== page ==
Friday, March 17, 2017
Book Review: 'Holding Up the Universe' by Jennifer Niven
This is exactly Niven's problem: she creates intriguing YA novels that will appeal to readers who love a good story about loveable weirdos and their inevitably cheesy romance, and then takes it too far. The only other novel of hers I've read is All the Bright Places, which I would say I liked, but it failed to be unique in that it focused more on the fact that young people have problems and their lives suck but they can still find love. Jennifer Niven uses her characters and their storylines solely to create an angsty romance, rather than focus on the characters themselves.
Holding Up the Universe starts well. It follows Libby Strout, once dubbed America's Fattest Teen after she had become so overweight that she had to be rescued from her house, and Jack Masselin, a good-looking, popular guy who secretly suffers from prosopagnosia, the inability to recognize people's faces, even those closest to him, and how these two classmates become unlikely friends. A lot of people were immediately offended by the dust jacket's blurb calling Libby America's Fattest Teen and condemned the book and the author without even reading it, but I did not find Libby's story as a fat girl offensive. I think Niven actually dealt with it tastefully as well as shine a light on how mean kids can be just because people are different. Jack's secret struggle with face-blindness also started off strong and interesting. His relationship with his youngest brother was also adorable and had me swooning in the beginning.
But, unfortunately, Holding Up the Universe loses a lot of its appeal after about 200 pages, when it becomes obvious that, as already said, the author is just using her characters and their situations to create angst. It's as if Niven sat down and said, "How can I make this as angsty and sappy as possible? I'll make Libby fat and struggling with the fact that she's fat and how people treat fat girls, and then I'll have this good-looking, popular guy be secretly face-blind, but then I'll start to get uncreative with both situations because ultimately I'm just writing these characters this way so that it sets up the platform for an angsty and often problematic teen romance."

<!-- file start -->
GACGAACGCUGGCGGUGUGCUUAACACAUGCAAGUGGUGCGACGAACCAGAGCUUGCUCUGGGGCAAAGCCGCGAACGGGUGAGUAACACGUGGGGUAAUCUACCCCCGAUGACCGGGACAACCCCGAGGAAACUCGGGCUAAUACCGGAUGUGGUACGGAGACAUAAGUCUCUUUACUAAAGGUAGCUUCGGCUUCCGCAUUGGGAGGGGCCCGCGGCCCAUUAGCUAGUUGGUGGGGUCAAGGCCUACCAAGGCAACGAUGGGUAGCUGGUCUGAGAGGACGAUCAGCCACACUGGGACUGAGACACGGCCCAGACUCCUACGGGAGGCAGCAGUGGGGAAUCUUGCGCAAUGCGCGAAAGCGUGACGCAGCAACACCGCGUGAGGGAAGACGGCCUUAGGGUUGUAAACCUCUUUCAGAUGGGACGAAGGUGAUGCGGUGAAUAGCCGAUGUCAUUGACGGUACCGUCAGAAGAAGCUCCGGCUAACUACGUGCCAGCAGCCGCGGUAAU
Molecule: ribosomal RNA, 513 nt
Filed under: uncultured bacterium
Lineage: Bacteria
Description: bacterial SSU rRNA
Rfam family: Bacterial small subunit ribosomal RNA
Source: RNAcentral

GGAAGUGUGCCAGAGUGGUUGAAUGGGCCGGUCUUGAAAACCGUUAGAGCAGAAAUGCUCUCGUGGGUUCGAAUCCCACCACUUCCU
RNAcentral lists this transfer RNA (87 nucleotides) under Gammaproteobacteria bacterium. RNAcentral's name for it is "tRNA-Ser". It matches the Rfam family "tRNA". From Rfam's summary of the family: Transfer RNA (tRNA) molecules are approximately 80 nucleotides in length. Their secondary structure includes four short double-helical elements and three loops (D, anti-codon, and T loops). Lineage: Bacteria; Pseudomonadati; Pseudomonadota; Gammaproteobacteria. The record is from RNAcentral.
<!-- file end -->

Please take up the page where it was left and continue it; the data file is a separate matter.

As a result, I didn't feel like I knew Libby and Jack very well, or any of the characters for that matter. I know their situations and how the world is unfair for both of them sometimes, but I don't understand their motivations, their thoughts or, most of the time, their actions. Holding Up the Universe's characters are ultimately very underdeveloped, but you only really find that out if you've already invested yourself in the first 200 pages of the book. You start reading it and you're compelled, because so few narratives shed light on what it's like to be a fat girl and be told that you're worthless because you're fat. Then you're intrigued by this popular guy's face-blind condition, because it's somewhat unique. But Niven only uses these character details as vehicles for creating her angsty teen romance, rather than develop her characters into real people other than horny teenagers who have to find love. It's books like these that give the YA genre a bad name because it has young people with problems that put the weight of the world on their shoulders, but oh look they find a friend that OH LOOK! turns into love. Major eye roll. Despite how negative this review sounds, Holding Up the Universe did have some good qualities. It was nice to see a YA book tackle fat girls in a way that is both tasteful but doesn't hold back. It would have just been nice if the motivation behind writing the character this way was more than just for the purpose of creating angst. 3/5 stars.